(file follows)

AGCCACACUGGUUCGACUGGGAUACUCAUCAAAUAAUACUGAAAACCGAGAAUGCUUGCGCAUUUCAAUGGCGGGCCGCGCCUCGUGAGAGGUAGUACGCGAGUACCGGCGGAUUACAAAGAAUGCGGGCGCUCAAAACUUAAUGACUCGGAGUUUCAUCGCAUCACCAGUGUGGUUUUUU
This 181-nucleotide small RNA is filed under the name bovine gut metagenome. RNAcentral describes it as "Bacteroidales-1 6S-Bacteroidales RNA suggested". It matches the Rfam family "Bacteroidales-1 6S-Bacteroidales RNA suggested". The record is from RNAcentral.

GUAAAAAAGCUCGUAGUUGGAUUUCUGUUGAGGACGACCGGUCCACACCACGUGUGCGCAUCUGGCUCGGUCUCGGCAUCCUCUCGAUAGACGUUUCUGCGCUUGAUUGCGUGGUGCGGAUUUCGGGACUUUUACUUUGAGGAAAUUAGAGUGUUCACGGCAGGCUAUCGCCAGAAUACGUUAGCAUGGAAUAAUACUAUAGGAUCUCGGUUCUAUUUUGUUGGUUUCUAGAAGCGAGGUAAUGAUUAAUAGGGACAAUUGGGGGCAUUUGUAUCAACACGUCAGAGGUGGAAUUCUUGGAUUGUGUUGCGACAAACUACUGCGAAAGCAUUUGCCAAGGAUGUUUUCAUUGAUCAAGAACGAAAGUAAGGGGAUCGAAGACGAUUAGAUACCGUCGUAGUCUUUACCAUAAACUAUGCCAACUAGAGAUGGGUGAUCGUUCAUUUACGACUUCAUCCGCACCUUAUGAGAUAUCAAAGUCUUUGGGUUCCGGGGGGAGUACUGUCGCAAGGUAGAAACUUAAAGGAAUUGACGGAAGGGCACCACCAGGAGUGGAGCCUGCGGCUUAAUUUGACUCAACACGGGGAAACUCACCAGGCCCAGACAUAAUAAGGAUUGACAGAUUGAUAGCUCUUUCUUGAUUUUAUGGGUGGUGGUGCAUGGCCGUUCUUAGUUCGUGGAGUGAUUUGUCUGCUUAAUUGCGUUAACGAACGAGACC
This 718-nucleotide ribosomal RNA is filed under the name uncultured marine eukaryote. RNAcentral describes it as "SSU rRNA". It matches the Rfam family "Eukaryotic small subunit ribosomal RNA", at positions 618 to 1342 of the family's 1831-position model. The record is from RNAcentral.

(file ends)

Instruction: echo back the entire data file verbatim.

AGCCACACUGGUUCGACUGGGAUACUCAUCAAAUAAUACUGAAAACCGAGAAUGCUUGCGCAUUUCAAUGGCGGGCCGCGCCUCGUGAGAGGUAGUACGCGAGUACCGGCGGAUUACAAAGAAUGCGGGCGCUCAAAACUUAAUGACUCGGAGUUUCAUCGCAUCACCAGUGUGGUUUUUU
This 181-nucleotide small RNA is filed under the name bovine gut metagenome. RNAcentral describes it as "Bacteroidales-1 6S-Bacteroidales RNA suggested". It matches the Rfam family "Bacteroidales-1 6S-Bacteroidales RNA suggested". The record is from RNAcentral.

GUAAAAAAGCUCGUAGUUGGAUUUCUGUUGAGGACGACCGGUCCACACCACGUGUGCGCAUCUGGCUCGGUCUCGGCAUCCUCUCGAUAGACGUUUCUGCGCUUGAUUGCGUGGUGCGGAUUUCGGGACUUUUACUUUGAGGAAAUUAGAGUGUUCACGGCAGGCUAUCGCCAGAAUACGUUAGCAUGGAAUAAUACUAUAGGAUCUCGGUUCUAUUUUGUUGGUUUCUAGAAGCGAGGUAAUGAUUAAUAGGGACAAUUGGGGGCAUUUGUAUCAACACGUCAGAGGUGGAAUUCUUGGAUUGUGUUGCGACAAACUACUGCGAAAGCAUUUGCCAAGGAUGUUUUCAUUGAUCAAGAACGAAAGUAAGGGGAUCGAAGACGAUUAGAUACCGUCGUAGUCUUUACCAUAAACUAUGCCAACUAGAGAUGGGUGAUCGUUCAUUUACGACUUCAUCCGCACCUUAUGAGAUAUCAAAGUCUUUGGGUUCCGGGGGGAGUACUGUCGCAAGGUAGAAACUUAAAGGAAUUGACGGAAGGGCACCACCAGGAGUGGAGCCUGCGGCUUAAUUUGACUCAACACGGGGAAACUCACCAGGCCCAGACAUAAUAAGGAUUGACAGAUUGAUAGCUCUUUCUUGAUUUUAUGGGUGGUGGUGCAUGGCCGUUCUUAGUUCGUGGAGUGAUUUGUCUGCUUAAUUGCGUUAACGAACGAGACC
This 718-nucleotide ribosomal RNA is filed under the name uncultured marine eukaryote. RNAcentral describes it as "SSU rRNA". It matches the Rfam family "Eukaryotic small subunit ribosomal RNA", at positions 618 to 1342 of the family's 1831-position model. The record is from RNAcentral.